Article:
Storykeepers #15–Packing and Pacing

wagon train 2

Though my great-great-grandmother had grown up in the aftermath of the Black Hawk War on lands that would become the new state of Iowa after 1833, she must have had many misgivings waiting to join her future husband in the Oregon wilderness.

Infrequent letters made communication difficult. Not knowing what her intended faced on the other side of the continent probably left her apprehensive. If she prepared for the move in the interim and he didn’t return as promised, would her faithfulness be rewarded with the prospect of another suitor? She would wait four years—a lifetime of worries for a woman nineteen-years-old.

One decision to be made would be the kind of conveyance they’d need to travel. Conestoga wagons, built in Pennsylvania by German craftsmen, were designed to haul cargo. Manufacturers and tradesmen preferred the curved ends of these vessels, which made them look like a boat on wheels. Shipments of goods couldn’t move around or fall out either end. Sail cloth was used to cover the freight, protecting it from dirt, dust and the changes in weather. No front seat existed. The driver had to ride the left rear horse using a “jerk line” that connected to the left front animal or he had to walk.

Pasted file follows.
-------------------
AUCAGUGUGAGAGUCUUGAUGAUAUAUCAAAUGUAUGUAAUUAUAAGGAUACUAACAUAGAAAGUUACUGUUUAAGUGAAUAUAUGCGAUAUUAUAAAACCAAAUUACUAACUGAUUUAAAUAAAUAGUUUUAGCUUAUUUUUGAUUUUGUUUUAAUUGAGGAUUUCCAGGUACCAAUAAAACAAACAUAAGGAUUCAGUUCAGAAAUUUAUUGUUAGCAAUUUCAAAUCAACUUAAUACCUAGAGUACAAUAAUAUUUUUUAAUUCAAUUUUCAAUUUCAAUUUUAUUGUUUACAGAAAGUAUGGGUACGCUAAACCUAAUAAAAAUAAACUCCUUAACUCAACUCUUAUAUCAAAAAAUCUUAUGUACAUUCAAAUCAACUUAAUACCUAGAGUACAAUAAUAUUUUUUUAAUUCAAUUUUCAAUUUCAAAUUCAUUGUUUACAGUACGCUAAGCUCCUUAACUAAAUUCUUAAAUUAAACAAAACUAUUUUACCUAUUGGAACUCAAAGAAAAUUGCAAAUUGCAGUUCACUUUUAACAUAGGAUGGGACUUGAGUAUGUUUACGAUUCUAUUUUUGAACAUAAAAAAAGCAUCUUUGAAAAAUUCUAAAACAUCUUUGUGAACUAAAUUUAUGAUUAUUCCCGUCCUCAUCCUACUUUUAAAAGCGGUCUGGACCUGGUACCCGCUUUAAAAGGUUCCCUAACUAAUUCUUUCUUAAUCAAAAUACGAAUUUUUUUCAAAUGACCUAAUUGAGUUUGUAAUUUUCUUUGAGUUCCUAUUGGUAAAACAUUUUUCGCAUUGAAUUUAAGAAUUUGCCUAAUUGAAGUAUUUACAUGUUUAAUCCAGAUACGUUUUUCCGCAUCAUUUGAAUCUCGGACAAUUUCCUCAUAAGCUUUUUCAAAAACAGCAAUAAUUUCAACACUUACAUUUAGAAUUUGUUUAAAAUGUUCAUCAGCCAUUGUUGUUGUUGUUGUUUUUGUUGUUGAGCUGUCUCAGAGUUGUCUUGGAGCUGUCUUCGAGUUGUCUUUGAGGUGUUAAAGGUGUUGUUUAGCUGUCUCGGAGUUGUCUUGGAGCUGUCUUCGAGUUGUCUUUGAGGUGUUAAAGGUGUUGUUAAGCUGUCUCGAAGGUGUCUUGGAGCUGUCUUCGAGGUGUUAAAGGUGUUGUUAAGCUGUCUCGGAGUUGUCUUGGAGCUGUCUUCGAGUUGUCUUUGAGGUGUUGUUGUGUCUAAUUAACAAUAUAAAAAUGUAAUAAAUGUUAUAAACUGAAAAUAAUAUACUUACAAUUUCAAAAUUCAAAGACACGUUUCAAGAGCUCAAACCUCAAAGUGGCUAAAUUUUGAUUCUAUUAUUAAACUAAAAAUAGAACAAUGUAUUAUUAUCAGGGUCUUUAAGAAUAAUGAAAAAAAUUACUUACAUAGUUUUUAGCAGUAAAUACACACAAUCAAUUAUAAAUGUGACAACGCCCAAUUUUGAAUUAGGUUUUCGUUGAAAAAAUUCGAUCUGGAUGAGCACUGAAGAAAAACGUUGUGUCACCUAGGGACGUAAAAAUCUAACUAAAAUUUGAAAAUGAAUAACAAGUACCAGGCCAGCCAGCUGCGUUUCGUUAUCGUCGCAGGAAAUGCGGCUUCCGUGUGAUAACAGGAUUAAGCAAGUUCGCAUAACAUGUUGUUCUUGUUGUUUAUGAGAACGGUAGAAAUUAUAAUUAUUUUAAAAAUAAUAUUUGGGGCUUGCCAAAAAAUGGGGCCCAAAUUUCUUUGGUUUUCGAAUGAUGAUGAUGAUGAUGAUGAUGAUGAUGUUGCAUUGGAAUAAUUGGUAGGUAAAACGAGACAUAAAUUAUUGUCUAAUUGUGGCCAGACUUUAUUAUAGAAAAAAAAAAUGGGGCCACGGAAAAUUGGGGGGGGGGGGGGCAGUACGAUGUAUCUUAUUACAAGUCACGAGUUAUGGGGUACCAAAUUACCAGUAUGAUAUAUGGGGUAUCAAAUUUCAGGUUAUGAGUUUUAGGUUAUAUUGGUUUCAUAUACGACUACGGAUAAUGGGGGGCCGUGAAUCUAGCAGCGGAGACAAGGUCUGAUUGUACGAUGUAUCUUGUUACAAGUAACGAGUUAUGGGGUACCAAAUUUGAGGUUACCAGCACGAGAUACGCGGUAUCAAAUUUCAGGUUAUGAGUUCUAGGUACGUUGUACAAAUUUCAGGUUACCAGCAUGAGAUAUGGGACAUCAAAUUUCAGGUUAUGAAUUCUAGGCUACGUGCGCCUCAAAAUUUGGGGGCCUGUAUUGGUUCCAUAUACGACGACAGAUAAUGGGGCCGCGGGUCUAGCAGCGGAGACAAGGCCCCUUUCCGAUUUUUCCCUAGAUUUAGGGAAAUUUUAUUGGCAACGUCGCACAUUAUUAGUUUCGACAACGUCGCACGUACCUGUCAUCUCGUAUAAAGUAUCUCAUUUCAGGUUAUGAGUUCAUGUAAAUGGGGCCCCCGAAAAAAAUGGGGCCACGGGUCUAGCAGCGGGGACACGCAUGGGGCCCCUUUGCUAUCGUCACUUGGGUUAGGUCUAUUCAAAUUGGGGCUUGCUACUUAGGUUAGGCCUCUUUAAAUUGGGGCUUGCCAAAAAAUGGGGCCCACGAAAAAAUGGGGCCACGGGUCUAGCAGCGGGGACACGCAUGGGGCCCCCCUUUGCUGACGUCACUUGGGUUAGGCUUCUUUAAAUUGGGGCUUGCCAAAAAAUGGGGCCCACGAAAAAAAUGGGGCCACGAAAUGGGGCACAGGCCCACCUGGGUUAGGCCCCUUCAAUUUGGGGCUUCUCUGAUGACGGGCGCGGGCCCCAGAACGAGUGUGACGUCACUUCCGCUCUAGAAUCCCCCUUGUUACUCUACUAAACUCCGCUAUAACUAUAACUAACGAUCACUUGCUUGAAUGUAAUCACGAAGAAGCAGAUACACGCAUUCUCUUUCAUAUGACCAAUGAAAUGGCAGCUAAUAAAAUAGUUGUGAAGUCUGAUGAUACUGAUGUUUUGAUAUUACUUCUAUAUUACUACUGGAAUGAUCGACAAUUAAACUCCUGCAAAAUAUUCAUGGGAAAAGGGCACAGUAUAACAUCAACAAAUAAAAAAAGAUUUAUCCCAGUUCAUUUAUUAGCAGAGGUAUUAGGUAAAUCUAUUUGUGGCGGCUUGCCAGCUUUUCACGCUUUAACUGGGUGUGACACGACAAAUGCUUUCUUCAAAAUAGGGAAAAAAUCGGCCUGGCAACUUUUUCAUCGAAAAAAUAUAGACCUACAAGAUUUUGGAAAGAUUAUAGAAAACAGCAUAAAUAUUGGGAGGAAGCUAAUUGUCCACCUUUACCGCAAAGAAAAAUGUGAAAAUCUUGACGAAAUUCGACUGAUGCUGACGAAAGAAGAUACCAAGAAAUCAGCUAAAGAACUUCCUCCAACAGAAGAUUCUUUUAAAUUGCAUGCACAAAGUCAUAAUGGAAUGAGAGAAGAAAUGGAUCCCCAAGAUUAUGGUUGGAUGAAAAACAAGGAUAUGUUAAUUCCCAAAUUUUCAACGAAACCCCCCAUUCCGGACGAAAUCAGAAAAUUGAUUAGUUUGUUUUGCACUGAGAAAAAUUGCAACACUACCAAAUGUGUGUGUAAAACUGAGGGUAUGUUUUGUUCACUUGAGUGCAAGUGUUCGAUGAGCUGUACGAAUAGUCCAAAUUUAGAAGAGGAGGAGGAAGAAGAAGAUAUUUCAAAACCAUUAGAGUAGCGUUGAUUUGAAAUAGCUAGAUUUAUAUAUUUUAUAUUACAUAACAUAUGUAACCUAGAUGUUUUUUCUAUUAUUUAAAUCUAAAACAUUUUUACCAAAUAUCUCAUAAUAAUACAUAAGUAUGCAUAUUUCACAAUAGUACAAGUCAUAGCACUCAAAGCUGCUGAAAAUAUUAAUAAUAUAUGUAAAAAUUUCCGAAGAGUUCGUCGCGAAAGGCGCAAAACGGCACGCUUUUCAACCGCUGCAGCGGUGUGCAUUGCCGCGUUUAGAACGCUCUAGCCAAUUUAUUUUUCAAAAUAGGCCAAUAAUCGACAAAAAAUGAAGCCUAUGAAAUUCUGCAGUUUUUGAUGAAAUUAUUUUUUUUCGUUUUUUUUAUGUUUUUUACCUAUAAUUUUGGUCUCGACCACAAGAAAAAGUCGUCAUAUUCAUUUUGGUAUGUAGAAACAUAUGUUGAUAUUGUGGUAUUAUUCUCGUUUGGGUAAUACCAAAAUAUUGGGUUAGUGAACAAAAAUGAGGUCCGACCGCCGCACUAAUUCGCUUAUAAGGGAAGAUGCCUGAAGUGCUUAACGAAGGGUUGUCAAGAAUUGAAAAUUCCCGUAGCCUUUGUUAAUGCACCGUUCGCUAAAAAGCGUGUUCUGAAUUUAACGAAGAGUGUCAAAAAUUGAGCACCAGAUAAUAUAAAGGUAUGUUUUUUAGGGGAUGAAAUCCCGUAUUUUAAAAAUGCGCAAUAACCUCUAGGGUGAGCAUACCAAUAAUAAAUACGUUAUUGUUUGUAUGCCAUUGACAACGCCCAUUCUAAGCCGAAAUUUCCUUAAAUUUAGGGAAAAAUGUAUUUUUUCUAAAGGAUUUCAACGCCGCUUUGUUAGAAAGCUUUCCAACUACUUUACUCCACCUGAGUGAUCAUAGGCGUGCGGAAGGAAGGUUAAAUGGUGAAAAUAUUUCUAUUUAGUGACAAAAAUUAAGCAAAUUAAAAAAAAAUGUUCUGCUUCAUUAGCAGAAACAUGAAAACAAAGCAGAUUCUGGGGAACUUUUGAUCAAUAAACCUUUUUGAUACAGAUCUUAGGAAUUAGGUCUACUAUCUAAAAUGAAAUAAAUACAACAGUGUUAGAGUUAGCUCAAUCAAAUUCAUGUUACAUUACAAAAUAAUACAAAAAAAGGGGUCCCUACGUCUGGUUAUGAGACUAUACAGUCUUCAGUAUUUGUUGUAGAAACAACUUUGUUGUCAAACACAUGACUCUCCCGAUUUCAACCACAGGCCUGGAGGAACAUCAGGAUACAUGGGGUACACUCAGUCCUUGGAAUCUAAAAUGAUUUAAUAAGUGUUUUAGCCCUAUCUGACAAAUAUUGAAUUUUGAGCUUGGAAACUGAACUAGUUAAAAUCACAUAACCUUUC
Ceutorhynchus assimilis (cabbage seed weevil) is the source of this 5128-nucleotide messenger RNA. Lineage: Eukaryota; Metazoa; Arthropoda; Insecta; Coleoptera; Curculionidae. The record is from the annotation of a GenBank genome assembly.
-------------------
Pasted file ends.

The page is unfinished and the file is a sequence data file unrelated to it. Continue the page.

The prairie schooner, of which there are many varieties, became the preferred transportation of those on the Oregon Trail. The beds were flat-bottomed and shallow, with squared ends. They did provide a driver’s seat which allowed the teams to be controlled by a set of reins from the front. Instead of the tight cloth covering of the Conestoga, the wagon traveled beneath a canopy of ribbed arches stretched with cloth which often billowed in the wind. As the pioneers crossed the plains, the white tops looked like the sails of a ship, dubbing the  craft “Prairie Schooner”.

However traveled, the journey would entail long days of grime, wooden seats, and miles and miles of walking—roughly two thousand miles without freeways, bridges, or convenient rest stops. People who knew my great-great-grandmother said she always had her Bible with her. No doubt she relied on Proverbs 3:5-6 to keep her hopes alive. “Trust in the Lord with all your heart, and lean not on your own understanding. In all your ways acknowledge Him and He shall direct your paths. ”

He still directs our paths today.





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